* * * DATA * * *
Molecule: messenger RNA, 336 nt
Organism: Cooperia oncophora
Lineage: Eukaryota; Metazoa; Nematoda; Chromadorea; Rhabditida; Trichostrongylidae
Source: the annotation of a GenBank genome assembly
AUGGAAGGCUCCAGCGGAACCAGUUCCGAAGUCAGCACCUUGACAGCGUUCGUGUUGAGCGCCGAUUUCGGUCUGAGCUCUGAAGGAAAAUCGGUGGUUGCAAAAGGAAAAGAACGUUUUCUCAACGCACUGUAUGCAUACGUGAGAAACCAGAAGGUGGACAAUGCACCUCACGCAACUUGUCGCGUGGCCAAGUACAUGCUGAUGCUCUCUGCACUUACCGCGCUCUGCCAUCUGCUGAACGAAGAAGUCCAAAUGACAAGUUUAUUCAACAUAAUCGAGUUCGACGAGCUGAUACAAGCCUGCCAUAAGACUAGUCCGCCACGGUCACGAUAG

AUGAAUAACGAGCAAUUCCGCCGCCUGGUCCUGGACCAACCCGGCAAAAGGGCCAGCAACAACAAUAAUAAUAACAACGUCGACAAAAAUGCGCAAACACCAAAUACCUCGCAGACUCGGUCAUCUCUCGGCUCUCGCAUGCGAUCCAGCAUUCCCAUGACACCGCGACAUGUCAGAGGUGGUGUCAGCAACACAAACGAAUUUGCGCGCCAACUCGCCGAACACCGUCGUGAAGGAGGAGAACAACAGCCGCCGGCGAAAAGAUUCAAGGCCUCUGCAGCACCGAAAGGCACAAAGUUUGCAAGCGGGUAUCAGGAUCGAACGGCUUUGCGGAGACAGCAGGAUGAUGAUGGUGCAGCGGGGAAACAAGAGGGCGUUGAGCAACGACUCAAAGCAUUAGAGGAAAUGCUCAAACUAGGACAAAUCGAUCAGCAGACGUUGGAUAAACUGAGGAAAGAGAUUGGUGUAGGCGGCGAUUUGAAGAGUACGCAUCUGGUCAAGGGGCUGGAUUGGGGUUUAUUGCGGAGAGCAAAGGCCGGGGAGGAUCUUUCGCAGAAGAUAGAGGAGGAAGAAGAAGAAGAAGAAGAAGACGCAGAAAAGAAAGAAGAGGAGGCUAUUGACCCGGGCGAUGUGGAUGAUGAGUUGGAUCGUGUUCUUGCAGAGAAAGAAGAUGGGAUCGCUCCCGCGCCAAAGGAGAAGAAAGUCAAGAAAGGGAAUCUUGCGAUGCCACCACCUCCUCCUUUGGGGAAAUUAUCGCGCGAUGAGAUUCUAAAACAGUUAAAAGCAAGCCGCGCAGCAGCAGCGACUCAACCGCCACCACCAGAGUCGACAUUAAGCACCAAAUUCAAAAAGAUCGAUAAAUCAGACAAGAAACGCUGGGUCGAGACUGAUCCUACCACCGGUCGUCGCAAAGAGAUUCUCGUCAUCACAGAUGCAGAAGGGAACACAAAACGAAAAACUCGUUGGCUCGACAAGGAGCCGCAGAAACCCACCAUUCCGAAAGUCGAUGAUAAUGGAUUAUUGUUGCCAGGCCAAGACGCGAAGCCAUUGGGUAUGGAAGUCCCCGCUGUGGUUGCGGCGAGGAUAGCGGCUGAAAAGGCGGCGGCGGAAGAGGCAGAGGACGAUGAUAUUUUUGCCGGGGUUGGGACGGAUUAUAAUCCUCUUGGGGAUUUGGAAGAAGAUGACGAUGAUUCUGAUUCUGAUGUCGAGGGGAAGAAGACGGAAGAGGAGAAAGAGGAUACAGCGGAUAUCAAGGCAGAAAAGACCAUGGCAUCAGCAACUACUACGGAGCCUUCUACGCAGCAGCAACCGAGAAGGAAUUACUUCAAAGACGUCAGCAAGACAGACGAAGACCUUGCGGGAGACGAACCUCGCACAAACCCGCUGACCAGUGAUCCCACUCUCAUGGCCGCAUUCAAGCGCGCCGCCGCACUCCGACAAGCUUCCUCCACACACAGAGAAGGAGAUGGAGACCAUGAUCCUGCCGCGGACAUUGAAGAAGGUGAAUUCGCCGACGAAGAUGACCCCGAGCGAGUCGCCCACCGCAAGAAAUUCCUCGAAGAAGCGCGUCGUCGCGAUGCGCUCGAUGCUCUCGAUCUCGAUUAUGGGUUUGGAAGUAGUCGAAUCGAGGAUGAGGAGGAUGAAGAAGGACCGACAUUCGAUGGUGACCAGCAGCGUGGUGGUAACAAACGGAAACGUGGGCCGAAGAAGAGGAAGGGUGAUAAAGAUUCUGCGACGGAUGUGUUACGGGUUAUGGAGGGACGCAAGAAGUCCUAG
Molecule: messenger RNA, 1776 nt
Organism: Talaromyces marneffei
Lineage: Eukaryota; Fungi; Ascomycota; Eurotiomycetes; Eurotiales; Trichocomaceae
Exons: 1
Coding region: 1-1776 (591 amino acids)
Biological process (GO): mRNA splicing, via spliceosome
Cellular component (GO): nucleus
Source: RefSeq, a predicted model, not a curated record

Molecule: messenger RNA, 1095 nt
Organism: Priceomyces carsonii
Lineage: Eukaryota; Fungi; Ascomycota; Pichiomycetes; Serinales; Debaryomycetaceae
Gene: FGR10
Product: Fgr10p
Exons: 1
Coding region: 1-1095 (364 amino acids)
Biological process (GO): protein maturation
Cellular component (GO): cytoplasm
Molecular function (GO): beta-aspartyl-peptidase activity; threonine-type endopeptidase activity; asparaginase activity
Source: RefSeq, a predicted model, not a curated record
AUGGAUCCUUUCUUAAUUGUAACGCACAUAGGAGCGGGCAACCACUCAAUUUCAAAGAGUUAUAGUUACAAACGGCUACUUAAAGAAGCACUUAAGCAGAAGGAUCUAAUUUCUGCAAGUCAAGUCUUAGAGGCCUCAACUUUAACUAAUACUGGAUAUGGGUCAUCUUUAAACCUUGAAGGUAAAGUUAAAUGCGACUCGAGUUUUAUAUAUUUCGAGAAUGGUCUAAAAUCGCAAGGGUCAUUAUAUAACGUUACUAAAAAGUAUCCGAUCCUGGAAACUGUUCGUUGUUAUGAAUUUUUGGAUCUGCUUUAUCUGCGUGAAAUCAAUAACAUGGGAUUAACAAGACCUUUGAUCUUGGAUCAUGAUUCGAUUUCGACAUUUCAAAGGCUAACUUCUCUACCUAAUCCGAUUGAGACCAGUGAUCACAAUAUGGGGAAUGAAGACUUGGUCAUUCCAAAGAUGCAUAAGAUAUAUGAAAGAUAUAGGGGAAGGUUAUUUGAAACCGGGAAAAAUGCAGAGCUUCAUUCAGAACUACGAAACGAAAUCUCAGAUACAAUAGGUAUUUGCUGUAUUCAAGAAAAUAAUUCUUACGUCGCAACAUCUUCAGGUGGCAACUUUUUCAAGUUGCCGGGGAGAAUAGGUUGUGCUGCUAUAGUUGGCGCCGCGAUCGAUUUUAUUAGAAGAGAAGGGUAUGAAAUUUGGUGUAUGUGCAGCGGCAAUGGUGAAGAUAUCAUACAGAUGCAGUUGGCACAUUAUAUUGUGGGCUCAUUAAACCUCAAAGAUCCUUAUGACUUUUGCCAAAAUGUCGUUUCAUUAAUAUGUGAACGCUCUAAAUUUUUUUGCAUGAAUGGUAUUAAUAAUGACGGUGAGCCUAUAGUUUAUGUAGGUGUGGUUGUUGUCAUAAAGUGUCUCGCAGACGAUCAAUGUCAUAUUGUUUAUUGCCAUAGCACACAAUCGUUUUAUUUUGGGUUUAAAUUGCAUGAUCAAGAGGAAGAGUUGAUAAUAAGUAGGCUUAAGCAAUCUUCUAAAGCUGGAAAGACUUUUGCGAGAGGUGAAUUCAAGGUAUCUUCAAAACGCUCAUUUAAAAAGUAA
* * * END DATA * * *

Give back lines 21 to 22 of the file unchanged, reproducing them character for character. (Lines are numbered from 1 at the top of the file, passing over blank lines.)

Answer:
Coding region: 1-1095 (364 amino acids)
Biological process (GO): protein maturation